Tuesday, July 28, 2009

Hive Cooling Strategies



Seattle is currently in the middle of a rather massive heat wave.
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In an effort to keep the hives cool, Karin placed wet towels over the hives.Here is our Mud Honey Hive (above) and our humble little swarm hive (below).
One note about the swarm hive: When we first captured this swarm, we only had one deep deep and one shallow super. We were concerned that they would soon swarm again if only given the deep hive, due to the sheer mass of bees that left our original Blue Moon Hive. So we put on the additional shallow and then later purchased the second deep hive (note the unpainted wood of the new deep box). The deeps were filled with plastic frames; the shallow boxes contained pure wax frames.
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Clearly our bees are wax snobs. The workers pulled out the wax comb, all the while turning up their noses at the platicicell foundations. Naturally, our queen laid her eggs in the cells that were fully drawn out; those of the wax foundations. This wouldn't be a problem except that the drawn foundations belong to the shallow supers, the place were honey, not brood, is supposed to be deposited. Our check today revealed that the bees have begun to slowly draw out the plasticell foundations of the deeps but continue to use the wax foundations as well nesting. Bad bees!
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So we're conducting a bit of an experiment. We placed a queen excluder between the two honey supers, prohibiting the queen from using the new wax foundations for nefarious breeding purposes. On second though, we probably should have placed the excluded one box down, but didn't have the time to comb through the bottom super, looking for our queen and booting her down to the lower deeps. We'll keep you updated.

5 comments:

  1. I noticed you have three honey supers on your MudHoney hive - do all three of them contain at least some capped honey by now?

    I still only have one medium honey super per hive, but each of them is quickly filling up, probably only 3-4 frames to go in either one. I need to assemble the rest of my frames and put on the second super for sure - and soon!

    But I wonder how much more the bees will still produce considering it's almost August, and whether I should get a 3rd super for each hive, since it's been so crazy hot and the bees seem to love that.

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  2. Hi Daniel,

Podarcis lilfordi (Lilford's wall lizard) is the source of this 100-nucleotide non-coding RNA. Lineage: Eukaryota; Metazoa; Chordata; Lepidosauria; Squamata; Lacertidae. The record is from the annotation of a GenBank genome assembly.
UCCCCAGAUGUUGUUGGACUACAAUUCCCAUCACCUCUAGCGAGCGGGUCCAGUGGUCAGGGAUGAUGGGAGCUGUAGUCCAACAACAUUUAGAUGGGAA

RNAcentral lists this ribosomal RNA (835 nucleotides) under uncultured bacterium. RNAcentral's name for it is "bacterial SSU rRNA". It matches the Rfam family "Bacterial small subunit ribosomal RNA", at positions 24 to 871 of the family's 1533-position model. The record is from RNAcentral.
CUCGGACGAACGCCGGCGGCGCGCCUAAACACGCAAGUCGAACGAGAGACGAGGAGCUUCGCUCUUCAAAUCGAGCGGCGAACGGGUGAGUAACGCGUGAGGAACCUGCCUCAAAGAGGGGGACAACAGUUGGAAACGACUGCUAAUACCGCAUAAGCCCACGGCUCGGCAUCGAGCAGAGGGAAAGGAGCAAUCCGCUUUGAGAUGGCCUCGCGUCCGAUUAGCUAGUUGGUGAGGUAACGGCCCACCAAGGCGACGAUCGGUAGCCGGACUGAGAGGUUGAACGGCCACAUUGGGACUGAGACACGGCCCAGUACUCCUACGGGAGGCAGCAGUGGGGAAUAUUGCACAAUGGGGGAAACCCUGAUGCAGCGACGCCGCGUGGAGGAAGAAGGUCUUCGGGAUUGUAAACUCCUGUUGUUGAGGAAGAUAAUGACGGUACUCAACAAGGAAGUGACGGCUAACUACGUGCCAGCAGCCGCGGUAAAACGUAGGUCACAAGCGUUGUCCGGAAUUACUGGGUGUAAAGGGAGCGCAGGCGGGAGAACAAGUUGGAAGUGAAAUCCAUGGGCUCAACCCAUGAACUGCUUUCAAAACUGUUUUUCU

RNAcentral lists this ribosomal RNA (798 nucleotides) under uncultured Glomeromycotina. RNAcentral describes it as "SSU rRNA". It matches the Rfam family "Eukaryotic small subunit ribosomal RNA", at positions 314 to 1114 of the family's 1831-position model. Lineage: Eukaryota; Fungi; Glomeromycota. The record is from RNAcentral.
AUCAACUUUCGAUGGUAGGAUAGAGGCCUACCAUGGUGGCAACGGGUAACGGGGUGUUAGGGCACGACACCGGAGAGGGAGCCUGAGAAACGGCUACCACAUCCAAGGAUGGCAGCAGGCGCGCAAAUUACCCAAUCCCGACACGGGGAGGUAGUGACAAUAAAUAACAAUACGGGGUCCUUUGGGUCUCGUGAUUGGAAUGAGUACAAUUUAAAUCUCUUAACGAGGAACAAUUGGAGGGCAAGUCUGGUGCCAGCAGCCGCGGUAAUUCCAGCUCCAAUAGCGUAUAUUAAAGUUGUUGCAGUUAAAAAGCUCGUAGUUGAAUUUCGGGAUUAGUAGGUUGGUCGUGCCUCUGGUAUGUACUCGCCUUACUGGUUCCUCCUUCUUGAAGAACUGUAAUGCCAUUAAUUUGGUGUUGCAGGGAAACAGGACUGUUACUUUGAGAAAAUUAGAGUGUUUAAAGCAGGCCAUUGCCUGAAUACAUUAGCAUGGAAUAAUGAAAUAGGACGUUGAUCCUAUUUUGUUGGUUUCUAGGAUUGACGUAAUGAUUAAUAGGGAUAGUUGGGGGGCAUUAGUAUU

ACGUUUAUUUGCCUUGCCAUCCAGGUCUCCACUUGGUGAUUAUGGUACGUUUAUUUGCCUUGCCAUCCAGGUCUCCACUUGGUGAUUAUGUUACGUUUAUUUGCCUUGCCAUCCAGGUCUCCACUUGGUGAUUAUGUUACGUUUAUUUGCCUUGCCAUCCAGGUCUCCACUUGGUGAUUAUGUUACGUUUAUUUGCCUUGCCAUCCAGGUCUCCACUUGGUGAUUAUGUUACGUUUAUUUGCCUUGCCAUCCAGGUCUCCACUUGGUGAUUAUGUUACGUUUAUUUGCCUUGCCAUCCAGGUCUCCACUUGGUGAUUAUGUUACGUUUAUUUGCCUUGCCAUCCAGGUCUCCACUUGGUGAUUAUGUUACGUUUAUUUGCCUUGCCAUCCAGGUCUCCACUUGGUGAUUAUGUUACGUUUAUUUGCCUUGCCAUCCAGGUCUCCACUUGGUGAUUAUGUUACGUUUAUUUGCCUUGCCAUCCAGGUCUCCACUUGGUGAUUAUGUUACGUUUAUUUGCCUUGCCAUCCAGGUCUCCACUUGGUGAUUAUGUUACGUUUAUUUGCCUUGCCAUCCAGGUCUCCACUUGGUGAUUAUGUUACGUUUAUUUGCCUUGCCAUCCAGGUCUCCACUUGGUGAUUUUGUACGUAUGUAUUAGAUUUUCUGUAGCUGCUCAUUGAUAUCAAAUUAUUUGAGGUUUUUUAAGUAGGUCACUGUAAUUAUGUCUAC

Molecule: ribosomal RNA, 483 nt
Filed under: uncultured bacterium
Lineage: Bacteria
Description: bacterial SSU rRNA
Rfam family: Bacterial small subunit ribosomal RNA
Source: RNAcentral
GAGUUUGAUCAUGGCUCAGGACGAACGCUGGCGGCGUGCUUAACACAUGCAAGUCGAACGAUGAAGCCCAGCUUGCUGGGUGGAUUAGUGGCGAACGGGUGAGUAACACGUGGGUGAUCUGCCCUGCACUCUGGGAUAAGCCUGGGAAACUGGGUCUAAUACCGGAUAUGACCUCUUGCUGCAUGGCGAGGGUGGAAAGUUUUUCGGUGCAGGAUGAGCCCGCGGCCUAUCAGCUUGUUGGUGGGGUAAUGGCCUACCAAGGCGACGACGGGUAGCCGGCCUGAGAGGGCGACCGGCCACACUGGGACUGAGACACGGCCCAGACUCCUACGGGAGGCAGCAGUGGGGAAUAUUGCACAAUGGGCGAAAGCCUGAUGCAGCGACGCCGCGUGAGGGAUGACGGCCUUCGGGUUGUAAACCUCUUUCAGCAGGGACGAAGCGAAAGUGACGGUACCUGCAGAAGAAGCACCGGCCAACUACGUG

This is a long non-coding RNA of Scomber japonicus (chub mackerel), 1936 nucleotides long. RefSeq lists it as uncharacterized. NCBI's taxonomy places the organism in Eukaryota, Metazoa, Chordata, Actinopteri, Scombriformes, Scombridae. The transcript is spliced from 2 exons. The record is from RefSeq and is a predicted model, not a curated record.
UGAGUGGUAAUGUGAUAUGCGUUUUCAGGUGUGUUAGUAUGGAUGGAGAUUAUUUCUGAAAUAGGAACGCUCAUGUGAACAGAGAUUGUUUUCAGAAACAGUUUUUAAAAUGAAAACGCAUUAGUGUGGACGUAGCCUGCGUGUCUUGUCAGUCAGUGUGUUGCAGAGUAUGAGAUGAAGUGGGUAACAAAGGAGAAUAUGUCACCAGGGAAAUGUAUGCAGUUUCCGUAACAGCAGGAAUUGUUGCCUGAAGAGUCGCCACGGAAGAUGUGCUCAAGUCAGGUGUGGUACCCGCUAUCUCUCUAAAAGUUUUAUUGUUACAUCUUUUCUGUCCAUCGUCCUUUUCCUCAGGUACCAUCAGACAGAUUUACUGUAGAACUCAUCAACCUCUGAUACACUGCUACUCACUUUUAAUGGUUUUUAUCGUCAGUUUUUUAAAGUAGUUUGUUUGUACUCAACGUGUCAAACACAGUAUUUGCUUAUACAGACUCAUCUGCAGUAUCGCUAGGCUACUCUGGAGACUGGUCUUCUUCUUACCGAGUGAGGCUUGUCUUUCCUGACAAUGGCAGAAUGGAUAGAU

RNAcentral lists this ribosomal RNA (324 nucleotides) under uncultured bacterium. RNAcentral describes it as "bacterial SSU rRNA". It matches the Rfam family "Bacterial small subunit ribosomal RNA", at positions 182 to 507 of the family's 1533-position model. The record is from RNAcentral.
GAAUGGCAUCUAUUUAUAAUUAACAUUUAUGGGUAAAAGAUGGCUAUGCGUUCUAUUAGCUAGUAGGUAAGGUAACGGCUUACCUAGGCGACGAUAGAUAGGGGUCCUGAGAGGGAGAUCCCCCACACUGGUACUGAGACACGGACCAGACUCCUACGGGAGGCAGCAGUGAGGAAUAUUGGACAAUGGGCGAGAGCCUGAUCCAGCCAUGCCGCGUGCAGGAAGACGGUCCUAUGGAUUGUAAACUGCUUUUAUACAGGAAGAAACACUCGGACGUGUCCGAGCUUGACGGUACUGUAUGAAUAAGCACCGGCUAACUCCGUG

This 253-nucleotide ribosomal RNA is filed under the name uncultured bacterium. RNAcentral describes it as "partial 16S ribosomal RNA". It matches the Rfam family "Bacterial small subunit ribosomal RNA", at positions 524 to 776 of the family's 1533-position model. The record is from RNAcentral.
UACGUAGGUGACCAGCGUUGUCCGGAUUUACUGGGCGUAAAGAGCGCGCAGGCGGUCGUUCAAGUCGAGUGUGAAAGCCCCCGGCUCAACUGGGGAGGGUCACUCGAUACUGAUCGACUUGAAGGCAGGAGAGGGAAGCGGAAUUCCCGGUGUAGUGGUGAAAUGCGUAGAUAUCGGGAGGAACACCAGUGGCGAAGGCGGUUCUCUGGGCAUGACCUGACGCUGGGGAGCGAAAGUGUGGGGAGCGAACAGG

Good questions. You're using westerns (mediums), right? So yours are naturally bigger than mine so it's not surprising that you've only got one on. I think maybe we got our bees a few weeks earlier than you too. On our Mud Honey Hive, the first two supers are very full and the third is in the process of being drawn out so it's still pretty empty. That said, we've been putting our supers on a bit early because we're worried about swarming (as you know, this already happened to us) and we'd like to have plenty of ventilation in the hive.


    As for the August question, your guess is as good as mine. It is almost August but sometimes our Seattle summers seem to extend fairly far into September, wouldn't you agree? As for the warm weather, ours are loving it too but I worry that some of the nectar/pollen sources are going to dry up as plants get parched from a lack of water. Perhaps you might hold off until you put your second one on and see the rate at which they're filling up that one? Although, I, too, hate waiting until the last minute to put together frames. I've done that a lot this summer, though. I'm running out of frames as well and if they continue at this rate, I might ponder harvesting some of the honey from the full frames and then putting the empty ones back on. Not sure if you're supposed to do this but I have a fuzzy memory of reading about someone doing that. Good luck.

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  3. I wasn't looking close enough and didn't recognize you were using shallow supers - that makes sense. I am using mediums. And you're right, I think you guys started several weeks before me, so naturally yours would be a bit further along.

    I notice a lot of "bearding" on the outside of the hives in the evenings of a hot hot day, so I do worry a bit about ventilation as well. I think the holes I drilled into the front of the supers are helping, you can actually feel hot air escaping from them.

    In one of the PSBA newsletters it mentioned under "things to do this month" (or something like that) that if it's very a productive year, you can do your first harvest in June, and then put the extracted frames back on for the bees to re-fill them. So I think it's considered an acceptable practice.

    I know the first year starting with new colonies, you usually don't get as much honey as in subsequent years, I am just rather anxious to harvest and bottle at least *some*, so I have something to show for all this work ;-)

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  4. I was thinking about what you said about bearding when I read this blog post: http://beehavenacres.blogspot.com/2009/07/interesting-phenomenon.html
    Ours are doing it, but to a limited extent. We have screened bottom boards on (and have removed the wooden insert) and the hives are perched about six inches off the ground, giving them good bottom air flow. I've also heard of beeks cracking open their hive tops, allowing for complete circulation but also a second entrance for busy workers. We're not doing that though, at this point.

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  5. You're right about the amount of work required...gosh, I sure hope we get something this year!!!

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